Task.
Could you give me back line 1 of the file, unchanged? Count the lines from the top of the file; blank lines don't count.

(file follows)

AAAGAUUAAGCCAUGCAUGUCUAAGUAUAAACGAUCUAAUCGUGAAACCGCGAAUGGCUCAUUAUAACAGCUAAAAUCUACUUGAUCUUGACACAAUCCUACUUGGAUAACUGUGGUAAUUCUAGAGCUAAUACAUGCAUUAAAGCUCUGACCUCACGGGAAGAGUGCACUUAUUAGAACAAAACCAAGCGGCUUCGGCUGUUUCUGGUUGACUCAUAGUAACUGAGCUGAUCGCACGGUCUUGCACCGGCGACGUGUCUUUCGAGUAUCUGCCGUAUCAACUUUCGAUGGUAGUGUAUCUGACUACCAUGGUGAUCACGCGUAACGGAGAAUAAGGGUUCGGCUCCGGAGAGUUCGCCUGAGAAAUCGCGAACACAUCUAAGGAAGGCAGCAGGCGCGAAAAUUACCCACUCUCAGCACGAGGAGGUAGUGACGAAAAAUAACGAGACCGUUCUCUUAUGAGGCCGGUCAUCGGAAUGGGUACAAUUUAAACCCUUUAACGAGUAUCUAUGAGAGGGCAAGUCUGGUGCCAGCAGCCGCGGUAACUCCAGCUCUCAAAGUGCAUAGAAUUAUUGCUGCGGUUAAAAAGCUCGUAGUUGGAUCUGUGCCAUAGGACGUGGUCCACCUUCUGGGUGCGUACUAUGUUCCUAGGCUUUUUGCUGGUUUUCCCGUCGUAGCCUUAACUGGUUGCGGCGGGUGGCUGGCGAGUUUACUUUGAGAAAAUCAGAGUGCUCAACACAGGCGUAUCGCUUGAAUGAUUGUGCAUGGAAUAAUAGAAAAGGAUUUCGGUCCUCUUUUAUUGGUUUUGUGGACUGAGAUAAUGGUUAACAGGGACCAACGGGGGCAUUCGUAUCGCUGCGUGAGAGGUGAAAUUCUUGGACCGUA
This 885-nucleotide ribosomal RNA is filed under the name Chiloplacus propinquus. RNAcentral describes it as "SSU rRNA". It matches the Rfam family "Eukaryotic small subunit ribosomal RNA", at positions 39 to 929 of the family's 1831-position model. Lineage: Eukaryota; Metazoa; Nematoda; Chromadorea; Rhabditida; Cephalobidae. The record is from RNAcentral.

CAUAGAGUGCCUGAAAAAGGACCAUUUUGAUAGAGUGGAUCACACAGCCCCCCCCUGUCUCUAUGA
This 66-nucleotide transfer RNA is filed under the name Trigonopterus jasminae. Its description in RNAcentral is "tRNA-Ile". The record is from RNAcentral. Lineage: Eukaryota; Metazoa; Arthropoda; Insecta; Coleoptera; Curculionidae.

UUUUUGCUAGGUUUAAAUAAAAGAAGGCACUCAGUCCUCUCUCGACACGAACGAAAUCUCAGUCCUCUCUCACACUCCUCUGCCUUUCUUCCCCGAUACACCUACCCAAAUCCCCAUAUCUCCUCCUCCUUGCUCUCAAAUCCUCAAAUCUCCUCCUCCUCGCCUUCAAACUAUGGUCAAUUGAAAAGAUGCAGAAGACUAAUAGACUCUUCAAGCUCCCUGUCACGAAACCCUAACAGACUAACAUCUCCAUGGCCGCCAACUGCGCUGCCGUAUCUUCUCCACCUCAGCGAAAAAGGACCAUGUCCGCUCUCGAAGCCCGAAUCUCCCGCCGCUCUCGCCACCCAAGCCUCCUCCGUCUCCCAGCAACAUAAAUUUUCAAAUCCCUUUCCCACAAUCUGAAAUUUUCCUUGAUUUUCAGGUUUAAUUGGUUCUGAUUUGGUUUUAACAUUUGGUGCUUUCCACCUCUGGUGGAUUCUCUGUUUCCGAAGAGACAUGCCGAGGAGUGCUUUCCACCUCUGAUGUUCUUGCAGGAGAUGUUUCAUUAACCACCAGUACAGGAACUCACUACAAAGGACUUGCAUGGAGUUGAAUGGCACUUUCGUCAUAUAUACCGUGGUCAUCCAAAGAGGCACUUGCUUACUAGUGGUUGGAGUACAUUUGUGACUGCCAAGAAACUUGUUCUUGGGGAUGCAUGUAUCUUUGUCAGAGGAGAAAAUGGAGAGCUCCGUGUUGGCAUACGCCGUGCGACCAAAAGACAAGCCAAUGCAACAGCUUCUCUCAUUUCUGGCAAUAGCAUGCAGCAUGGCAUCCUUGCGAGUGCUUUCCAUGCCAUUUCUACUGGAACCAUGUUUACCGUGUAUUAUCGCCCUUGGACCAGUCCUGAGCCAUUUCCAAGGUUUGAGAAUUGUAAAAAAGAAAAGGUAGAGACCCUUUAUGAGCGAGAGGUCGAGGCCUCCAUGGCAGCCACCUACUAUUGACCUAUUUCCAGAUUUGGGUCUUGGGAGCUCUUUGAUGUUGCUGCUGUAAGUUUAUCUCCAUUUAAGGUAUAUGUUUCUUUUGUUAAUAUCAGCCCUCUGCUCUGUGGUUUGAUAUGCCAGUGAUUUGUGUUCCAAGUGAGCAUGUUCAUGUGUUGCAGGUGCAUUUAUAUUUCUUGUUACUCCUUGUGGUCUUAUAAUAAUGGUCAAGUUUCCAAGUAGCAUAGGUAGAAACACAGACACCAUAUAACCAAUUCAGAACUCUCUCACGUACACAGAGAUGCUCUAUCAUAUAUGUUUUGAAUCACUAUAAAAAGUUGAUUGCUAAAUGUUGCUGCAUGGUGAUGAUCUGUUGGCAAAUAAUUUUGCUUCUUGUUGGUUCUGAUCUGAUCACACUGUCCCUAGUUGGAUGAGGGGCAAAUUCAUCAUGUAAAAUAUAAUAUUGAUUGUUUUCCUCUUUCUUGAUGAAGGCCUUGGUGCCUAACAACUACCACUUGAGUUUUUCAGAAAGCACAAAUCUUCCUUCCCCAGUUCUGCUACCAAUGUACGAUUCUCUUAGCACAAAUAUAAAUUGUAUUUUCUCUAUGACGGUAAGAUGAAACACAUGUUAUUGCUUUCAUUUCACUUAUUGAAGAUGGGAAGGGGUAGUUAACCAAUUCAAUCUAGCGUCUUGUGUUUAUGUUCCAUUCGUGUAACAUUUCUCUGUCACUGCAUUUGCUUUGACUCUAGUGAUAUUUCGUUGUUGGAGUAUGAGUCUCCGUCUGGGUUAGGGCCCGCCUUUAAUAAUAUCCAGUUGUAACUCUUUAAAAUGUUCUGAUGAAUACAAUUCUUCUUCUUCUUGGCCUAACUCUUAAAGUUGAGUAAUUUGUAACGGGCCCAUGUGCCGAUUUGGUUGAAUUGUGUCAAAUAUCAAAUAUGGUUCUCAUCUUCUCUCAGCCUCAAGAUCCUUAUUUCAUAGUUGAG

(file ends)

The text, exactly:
AAAGAUUAAGCCAUGCAUGUCUAAGUAUAAACGAUCUAAUCGUGAAACCGCGAAUGGCUCAUUAUAACAGCUAAAAUCUACUUGAUCUUGACACAAUCCUACUUGGAUAACUGUGGUAAUUCUAGAGCUAAUACAUGCAUUAAAGCUCUGACCUCACGGGAAGAGUGCACUUAUUAGAACAAAACCAAGCGGCUUCGGCUGUUUCUGGUUGACUCAUAGUAACUGAGCUGAUCGCACGGUCUUGCACCGGCGACGUGUCUUUCGAGUAUCUGCCGUAUCAACUUUCGAUGGUAGUGUAUCUGACUACCAUGGUGAUCACGCGUAACGGAGAAUAAGGGUUCGGCUCCGGAGAGUUCGCCUGAGAAAUCGCGAACACAUCUAAGGAAGGCAGCAGGCGCGAAAAUUACCCACUCUCAGCACGAGGAGGUAGUGACGAAAAAUAACGAGACCGUUCUCUUAUGAGGCCGGUCAUCGGAAUGGGUACAAUUUAAACCCUUUAACGAGUAUCUAUGAGAGGGCAAGUCUGGUGCCAGCAGCCGCGGUAACUCCAGCUCUCAAAGUGCAUAGAAUUAUUGCUGCGGUUAAAAAGCUCGUAGUUGGAUCUGUGCCAUAGGACGUGGUCCACCUUCUGGGUGCGUACUAUGUUCCUAGGCUUUUUGCUGGUUUUCCCGUCGUAGCCUUAACUGGUUGCGGCGGGUGGCUGGCGAGUUUACUUUGAGAAAAUCAGAGUGCUCAACACAGGCGUAUCGCUUGAAUGAUUGUGCAUGGAAUAAUAGAAAAGGAUUUCGGUCCUCUUUUAUUGGUUUUGUGGACUGAGAUAAUGGUUAACAGGGACCAACGGGGGCAUUCGUAUCGCUGCGUGAGAGGUGAAAUUCUUGGACCGUA